Issue: ΣΧΟΛΗ 2.1 (2008) 160-169
Key words: ethics, axiology, happiness, Cappadocian theology, Existentialism
Abstract. P. Eliopoulos (Tripoli, Greece) compares the attitudes to happiness taken by two Christian philosophers, separated by a very wide margin of space and time, Gregory of Nyssa and Søren Kierkegaard.
Issue: ΣΧΟΛΗ 2.1 (2008) 75-89
An annotated translation of the Manual of Harmonics by Nicomachus of Gerasa (the first century A. D.), prepared by Andrej Schetnikov (ΣΙΓΜΑ: The Centre for Educational Projects, Novosibirsk), supplements his recent translation of the Introduction to Arithmetic by this famous Neopythagorean philosopher. This short treatise, important for the history of ancient mathematics and musical theory, is completely translated into Russian for the first time. The author thanks Ludmila Alexandrova and Timothy Myakin (Novosibirsk University) for sending his unpublished translation of the Manual, which has proven to be very helpful.
The origins and nature of Gnosticism: A discussion
Issue: ΣΧΟΛΗ 2.1 (2008) 90-98
Issue: ΣΧΟΛΗ 2.1 (2008) 99-115
Issue: ΣΧΟΛΗ 2.1 (2008) 116-123
Two bibliographic summaries are dedicated, respectively, to the Dionysian corpus and the classical tradition and Dionysius the Areopagite in the context of Byzantine–Slavonic literary relations. The former outline is in Russian and it will be continued in the next issue (this time focused in the Christian sources of Pseudo-Dionysius), while the latter is prepared in English, since no detailed outline of this subject is available in English so far.
Issue: ΣΧΟΛΗ 2.1 (2008) 125-132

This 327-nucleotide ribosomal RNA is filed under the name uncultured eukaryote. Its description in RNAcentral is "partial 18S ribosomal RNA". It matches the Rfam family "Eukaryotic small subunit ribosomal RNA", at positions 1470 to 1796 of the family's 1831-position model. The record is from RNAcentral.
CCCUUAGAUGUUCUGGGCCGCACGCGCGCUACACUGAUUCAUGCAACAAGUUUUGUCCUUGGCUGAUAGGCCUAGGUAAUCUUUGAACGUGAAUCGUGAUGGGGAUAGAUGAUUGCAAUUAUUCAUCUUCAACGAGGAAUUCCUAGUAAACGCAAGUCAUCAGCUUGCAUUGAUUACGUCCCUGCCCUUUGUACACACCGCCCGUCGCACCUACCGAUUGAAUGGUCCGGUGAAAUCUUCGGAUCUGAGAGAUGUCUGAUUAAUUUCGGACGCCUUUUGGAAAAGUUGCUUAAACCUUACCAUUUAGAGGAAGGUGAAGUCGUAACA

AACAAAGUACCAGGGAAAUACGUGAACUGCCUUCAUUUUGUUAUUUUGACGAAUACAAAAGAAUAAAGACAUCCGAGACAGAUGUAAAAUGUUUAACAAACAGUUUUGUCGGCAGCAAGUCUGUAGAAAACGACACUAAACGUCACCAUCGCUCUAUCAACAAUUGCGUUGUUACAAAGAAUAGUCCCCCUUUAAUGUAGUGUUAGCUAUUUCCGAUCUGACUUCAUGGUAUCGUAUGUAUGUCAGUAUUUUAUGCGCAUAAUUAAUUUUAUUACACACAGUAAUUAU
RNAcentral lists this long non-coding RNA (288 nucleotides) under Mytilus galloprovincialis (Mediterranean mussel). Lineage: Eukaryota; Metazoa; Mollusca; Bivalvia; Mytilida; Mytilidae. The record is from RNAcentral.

Issue: ΣΧΟΛΗ 2.1 (2008) 133-138
Issue: ΣΧΟΛΗ 2.1 (2008) 138-148
A discussion on the origins and nature of Gnosticism, conducted in the framework of the interdisciplinary seminar “Teaching Classics. Fundamental Values in the Changing World” in August 2007. In the second century A.D. the Mediterranean world underwent a profound change in ethical attitude towards the kosmos and human society, and the change is especially well reflected in one of the most controversial intellectual movement of the Late Antiquity, the so-called Gnostic tradition. Although attempts to draw a coherent picture of Gnosis which have been undertaken so far have yielded no satisfactory result, the basic patterns of thought, commonly labeled as ‘Gnostic’, are reasonably well known. Taken in the broadest sense of the word, Gnosticism is a specific world attitude. In the framework of Judeo-Christian world-view the Gnostics contemplated the world affairs from a global prospective, put them in the context of world history and developed a specific form of eschatology. The discussion opens with a paper by Eugene Afonasin. The author undertakes to interpret selected historical evidence, which can throw the light upon the development of this quite diverse and controversial tradition, including a passage from the Stromateis of Clement of Alexandria (Strom. III 29, 1–2 St), which, surprisingly enough, was not previously treated in this context. The round table continues with a presentation by Alexey Kamenskikh on the Evangelium Veritatis and a general discussion.